QUITO, Ecuador, June 11, 2013 (ENS) – Oil spilled from Petroecuador’s Trans-Ecuador pipeline after a May31 landslide in the Andean foothills has reached the Peruvian Amazon.
The landslide that destroyed a 330-foot section of the pipeline is blamed on heavy rain in the province of Sucumbios near the El Reventador Volcano, one of Ecuador’s most active volcanoes.
The broken pipeline spilled some 11,000 barrels, or 420,000 gallons, of crude oil into the Quijos River, a well-known whitewater adventure river on the eastern slopes of the Andes.
The oil was carried east into the River Coca, a tributary of the Napo River, which flows into the Amazon River.
The oil has polluted drinking water in the city of Puerto Francisco de Orellana, also known as Coca, a city of 80,000 and the capital of Orellana Province. Clean water is being supplied by tanker truck.
Petroecuador has also distributed food rations and cans of drinking water to the residents of 13 other Ecuadorean communities affected by the spill.
The spilled oil has now reached the Peruvian Amazon region of Loreto, and, hundreds of miles away, Brazil has been put “on alert” to watch for the oil slick.
Peruvian Environment Minister Manuel Pulgar Vidal called the spill a “very serious problem.” Peru could seek financial compensation, “but first we have to look at the extent of the problem,” he told the newspaper “El Comercio.”
Ecuadorean President Rafael Correa has apologized to Peru “for the problems we have caused.”
Petroecuador says crews have managed to contain the spread of the oil slick on a part of the River Coca and on the bottom of the river, where they have placed oil containment barriers.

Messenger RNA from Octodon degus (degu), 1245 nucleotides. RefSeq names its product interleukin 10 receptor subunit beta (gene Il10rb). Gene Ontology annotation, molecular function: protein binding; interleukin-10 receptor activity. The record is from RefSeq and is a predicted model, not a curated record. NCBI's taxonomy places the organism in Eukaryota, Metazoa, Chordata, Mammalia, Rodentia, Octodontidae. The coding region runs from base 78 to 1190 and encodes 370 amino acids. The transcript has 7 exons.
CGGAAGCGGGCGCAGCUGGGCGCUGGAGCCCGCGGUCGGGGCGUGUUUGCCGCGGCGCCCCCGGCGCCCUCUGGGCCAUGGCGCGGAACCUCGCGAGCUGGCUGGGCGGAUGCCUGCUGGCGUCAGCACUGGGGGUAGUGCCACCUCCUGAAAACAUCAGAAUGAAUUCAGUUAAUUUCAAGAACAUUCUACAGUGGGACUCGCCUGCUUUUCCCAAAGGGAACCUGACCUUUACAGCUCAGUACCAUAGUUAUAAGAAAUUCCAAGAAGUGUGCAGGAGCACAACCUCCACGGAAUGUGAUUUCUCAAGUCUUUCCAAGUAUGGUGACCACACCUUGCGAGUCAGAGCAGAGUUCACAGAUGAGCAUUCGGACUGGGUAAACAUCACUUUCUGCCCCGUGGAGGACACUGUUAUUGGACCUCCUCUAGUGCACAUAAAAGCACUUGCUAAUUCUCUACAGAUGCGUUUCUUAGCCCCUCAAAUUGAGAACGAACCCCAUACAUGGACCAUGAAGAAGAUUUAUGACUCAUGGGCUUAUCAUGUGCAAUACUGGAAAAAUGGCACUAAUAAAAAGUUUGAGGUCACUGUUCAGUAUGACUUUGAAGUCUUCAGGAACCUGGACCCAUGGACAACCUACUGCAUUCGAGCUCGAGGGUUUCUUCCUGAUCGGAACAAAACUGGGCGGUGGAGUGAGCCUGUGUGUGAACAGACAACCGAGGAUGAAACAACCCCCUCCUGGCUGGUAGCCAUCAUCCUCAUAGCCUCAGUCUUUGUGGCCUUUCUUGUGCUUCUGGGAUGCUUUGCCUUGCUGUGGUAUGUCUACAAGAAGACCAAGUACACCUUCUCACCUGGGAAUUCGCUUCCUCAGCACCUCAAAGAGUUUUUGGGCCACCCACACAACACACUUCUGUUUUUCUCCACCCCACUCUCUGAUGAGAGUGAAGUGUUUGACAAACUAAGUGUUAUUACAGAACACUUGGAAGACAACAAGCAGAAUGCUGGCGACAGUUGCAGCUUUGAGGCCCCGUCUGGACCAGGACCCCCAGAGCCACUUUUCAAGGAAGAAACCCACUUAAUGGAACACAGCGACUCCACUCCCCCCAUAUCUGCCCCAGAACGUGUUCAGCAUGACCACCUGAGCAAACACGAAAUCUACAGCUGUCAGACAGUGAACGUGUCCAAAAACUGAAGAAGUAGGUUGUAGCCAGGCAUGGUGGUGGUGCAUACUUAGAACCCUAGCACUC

The Ecuadorian government said it has taken all necessary steps to mitigate the accident.
In Peru, the Port Authority in Iquitos, in coordination with other ministries, has transported oil containment boom to the region of Cabo Pantoja on the Napo River.
The Brazilian Foreign Ministry says it has offered aid to Ecuador and Peru to support the work of containment and dispersion of the oil slick in the two countries.
Brazil’s environmental agency IBAMA, Brazil’s Navy and the national petroleum agency ANP are on standby in the event that the oil slick reaches Brazil.
The Brazilian embassies in Quito and Lima are in constant contact with the authorities in Ecuador and Peru, and Brazilian technicians remain at the disposal of the authorities of both countries, said the foreign ministry.
Today, Petroecuador coordinated a flight for officials to observe the course of the oil slick as it crossed the Peruvian border, in order to define actions required for the “cleanup and remediation of the Napo and Coca and helping communities living in that area of the Amazon,” the oil company said.
The plane carried officials from the Ministry of Environment, Petroecuador, the Risk Management Secretariat and a representative of Oil Spill Response Ltd., a company based in Fort Lauderdale, Florida, that has been hired to support emergency cleanup actions.
Petroecuador says that in the coming days the company will hire workers from communities located near or along the banks of the Napo and Coca rivers to help with the cleanup. They will work together with Petroecuador technicians to clean stones in the rivers, collect and remove waste, debris and vegetation affected by the spill.
A member of OPEC, Ecuador produces some 500,000 barrels of oil a day, most of it transported through the Trans-Ecuadorian Oil Pipeline System to refineries on the U.S. West Coast and in China.
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